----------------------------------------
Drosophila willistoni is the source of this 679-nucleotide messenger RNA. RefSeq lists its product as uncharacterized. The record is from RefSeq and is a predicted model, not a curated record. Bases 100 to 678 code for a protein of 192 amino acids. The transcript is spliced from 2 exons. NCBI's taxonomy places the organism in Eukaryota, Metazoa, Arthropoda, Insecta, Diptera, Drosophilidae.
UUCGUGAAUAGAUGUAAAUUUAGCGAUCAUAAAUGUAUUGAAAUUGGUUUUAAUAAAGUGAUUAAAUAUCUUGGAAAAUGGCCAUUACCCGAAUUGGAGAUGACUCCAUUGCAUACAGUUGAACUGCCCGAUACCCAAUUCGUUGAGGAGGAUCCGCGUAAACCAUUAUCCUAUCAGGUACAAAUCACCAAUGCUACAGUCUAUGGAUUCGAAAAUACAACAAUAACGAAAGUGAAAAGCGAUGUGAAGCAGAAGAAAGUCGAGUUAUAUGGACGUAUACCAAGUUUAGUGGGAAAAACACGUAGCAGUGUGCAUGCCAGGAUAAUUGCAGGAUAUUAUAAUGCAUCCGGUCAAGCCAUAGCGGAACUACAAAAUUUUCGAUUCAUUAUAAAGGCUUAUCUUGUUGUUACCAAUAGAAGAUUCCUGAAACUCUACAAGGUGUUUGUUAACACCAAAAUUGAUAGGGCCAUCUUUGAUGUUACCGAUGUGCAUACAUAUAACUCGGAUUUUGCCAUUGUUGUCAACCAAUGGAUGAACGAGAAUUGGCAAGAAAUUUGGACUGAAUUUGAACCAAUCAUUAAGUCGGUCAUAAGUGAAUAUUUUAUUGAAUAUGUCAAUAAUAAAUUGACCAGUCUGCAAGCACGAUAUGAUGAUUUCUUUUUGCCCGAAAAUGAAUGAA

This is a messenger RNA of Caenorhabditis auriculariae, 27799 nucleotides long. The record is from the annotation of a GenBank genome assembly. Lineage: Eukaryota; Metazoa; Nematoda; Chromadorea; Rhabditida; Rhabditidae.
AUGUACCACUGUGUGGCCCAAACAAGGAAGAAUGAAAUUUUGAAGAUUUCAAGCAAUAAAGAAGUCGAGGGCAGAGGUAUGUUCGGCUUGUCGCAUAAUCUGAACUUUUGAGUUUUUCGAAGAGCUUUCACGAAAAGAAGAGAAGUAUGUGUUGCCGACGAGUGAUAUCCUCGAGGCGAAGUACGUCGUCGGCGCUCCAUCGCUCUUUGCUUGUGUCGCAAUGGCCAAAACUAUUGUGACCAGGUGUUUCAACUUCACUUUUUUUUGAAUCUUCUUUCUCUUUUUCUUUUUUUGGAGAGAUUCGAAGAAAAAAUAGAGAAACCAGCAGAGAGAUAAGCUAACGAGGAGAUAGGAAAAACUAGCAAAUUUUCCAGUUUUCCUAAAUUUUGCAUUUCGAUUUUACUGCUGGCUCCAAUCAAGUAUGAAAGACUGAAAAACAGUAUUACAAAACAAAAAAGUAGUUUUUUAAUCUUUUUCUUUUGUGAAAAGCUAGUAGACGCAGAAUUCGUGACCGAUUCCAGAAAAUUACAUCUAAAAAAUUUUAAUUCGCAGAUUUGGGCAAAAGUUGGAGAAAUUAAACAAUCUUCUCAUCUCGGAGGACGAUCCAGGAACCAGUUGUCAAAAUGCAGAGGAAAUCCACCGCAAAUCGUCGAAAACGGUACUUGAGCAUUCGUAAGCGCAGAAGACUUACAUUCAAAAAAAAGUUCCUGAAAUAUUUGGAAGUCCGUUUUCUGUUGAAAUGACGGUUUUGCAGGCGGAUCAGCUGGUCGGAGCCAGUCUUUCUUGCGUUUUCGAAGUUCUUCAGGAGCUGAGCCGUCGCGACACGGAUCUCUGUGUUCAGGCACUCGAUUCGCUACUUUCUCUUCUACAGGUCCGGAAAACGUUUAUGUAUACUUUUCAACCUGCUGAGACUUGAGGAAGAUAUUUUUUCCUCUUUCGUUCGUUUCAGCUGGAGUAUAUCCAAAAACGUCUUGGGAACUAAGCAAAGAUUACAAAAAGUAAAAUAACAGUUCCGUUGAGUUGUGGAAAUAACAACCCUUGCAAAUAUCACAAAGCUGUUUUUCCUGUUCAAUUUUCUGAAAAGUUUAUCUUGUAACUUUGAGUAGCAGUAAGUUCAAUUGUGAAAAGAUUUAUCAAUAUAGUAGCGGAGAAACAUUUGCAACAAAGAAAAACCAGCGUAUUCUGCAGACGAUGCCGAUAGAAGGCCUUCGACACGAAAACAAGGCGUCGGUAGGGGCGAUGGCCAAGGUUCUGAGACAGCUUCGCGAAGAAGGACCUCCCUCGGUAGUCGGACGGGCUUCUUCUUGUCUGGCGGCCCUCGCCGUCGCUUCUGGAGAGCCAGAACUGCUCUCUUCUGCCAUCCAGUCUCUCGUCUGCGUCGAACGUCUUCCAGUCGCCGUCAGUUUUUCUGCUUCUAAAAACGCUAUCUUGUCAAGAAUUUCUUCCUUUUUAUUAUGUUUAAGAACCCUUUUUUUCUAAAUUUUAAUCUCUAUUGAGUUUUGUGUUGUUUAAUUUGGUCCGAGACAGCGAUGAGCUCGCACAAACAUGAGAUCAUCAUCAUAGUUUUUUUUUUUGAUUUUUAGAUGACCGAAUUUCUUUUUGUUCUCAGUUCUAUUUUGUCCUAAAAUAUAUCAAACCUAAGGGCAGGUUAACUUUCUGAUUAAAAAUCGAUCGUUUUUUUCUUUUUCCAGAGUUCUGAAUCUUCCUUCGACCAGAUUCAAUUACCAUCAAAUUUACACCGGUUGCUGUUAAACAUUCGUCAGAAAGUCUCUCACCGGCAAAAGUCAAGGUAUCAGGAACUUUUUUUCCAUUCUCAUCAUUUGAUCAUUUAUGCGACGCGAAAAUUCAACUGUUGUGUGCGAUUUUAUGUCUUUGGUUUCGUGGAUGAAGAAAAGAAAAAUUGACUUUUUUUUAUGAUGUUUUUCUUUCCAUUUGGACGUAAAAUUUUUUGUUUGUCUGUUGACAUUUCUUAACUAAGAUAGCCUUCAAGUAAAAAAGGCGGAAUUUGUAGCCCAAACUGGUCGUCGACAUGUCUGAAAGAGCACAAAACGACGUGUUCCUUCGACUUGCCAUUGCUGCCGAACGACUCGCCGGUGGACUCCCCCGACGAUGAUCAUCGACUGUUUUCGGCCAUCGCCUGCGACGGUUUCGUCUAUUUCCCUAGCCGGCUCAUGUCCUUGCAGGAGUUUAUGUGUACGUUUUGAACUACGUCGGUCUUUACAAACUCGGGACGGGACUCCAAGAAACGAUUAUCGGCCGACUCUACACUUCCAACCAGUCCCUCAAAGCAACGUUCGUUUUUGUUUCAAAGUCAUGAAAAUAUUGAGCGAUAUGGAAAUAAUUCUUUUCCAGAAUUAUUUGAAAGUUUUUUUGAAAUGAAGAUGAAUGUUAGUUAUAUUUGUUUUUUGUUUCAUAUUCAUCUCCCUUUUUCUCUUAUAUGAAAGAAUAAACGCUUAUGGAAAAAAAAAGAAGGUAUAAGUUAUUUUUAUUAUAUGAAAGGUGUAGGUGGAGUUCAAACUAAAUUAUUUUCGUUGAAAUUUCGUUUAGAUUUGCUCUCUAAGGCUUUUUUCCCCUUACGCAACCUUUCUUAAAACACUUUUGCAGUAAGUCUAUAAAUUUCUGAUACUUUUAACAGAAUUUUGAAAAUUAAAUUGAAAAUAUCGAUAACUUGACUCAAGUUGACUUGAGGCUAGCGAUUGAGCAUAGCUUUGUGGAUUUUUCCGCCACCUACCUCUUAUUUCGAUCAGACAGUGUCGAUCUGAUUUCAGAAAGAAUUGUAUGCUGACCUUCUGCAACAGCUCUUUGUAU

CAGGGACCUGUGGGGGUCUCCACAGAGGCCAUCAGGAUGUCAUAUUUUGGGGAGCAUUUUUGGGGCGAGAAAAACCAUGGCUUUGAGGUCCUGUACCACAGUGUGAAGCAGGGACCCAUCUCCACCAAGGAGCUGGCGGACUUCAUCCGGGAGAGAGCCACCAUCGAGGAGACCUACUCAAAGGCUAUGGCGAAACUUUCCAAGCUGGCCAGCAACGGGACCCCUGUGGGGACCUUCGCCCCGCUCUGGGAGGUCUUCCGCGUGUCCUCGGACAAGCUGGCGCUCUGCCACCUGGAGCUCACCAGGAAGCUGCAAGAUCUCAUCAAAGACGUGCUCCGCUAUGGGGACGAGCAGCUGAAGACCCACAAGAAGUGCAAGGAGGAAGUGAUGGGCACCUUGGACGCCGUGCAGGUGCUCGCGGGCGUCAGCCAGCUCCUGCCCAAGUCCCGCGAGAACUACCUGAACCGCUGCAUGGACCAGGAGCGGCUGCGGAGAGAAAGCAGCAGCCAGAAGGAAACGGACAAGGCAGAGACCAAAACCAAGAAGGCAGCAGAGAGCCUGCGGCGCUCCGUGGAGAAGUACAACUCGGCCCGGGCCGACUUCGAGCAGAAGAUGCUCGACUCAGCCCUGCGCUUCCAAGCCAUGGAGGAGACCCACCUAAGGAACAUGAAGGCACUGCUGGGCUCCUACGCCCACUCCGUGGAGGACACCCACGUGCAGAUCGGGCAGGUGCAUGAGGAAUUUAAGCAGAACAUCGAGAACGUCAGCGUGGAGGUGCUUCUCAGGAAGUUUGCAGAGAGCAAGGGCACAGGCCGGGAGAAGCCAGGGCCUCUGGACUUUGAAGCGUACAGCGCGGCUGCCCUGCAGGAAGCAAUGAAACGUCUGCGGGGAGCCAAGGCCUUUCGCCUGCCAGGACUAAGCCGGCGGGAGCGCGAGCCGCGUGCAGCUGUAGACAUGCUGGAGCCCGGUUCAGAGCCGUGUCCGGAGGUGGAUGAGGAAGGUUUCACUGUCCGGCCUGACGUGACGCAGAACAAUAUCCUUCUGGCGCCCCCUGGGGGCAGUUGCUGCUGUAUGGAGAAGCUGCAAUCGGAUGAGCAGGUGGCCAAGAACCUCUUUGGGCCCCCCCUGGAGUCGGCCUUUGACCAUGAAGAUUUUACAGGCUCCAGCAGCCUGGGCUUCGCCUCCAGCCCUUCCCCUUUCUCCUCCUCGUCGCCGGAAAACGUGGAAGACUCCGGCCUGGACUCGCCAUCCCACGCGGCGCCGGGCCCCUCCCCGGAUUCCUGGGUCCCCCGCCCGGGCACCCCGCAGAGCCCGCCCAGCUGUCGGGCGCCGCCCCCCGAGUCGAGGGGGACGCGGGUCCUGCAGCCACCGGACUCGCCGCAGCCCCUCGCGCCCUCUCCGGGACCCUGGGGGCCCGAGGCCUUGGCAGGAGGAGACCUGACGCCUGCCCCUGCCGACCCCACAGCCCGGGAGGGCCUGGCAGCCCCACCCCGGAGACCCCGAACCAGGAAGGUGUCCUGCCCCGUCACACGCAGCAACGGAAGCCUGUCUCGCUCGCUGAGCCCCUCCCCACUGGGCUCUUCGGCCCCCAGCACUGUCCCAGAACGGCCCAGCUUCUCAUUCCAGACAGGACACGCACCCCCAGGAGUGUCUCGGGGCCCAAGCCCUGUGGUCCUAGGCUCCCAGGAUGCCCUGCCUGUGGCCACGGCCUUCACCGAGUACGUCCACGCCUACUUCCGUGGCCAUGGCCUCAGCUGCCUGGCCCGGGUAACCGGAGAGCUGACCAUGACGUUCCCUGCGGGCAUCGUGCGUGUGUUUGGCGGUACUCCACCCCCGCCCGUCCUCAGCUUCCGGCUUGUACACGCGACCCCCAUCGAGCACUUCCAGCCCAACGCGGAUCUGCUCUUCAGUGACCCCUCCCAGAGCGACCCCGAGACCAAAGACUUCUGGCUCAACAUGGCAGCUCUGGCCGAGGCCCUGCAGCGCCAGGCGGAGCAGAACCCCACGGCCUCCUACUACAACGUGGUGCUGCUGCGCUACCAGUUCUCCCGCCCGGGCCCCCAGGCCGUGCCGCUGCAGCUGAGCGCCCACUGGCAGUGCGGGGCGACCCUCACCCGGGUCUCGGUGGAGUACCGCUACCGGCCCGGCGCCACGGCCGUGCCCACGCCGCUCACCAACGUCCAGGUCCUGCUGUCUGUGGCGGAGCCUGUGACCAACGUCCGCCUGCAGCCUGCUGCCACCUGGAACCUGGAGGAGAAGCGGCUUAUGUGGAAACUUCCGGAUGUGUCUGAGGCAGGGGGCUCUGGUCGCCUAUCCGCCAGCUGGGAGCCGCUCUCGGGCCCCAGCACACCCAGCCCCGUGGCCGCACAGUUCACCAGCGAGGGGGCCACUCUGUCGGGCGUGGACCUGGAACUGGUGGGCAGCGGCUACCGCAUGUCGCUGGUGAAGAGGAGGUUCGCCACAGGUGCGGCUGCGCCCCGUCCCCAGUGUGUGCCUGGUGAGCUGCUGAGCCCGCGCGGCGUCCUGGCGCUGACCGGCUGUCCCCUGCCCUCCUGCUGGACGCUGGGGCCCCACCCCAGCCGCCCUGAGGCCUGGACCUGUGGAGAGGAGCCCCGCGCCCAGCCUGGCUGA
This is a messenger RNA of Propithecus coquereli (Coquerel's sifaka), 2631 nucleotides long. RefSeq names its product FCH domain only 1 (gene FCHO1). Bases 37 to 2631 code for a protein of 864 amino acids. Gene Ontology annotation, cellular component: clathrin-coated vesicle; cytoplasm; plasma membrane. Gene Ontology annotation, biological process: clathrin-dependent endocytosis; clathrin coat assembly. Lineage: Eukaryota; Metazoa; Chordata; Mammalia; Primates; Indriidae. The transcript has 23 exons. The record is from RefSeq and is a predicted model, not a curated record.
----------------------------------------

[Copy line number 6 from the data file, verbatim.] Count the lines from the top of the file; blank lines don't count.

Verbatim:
This is a messenger RNA of Propithecus coquereli (Coquerel's sifaka), 2631 nucleotides long. RefSeq names its product FCH domain only 1 (gene FCHO1). Bases 37 to 2631 code for a protein of 864 amino acids. Gene Ontology annotation, cellular component: clathrin-coated vesicle; cytoplasm; plasma membrane. Gene Ontology annotation, biological process: clathrin-dependent endocytosis; clathrin coat assembly. Lineage: Eukaryota; Metazoa; Chordata; Mammalia; Primates; Indriidae. The transcript has 23 exons. The record is from RefSeq and is a predicted model, not a curated record.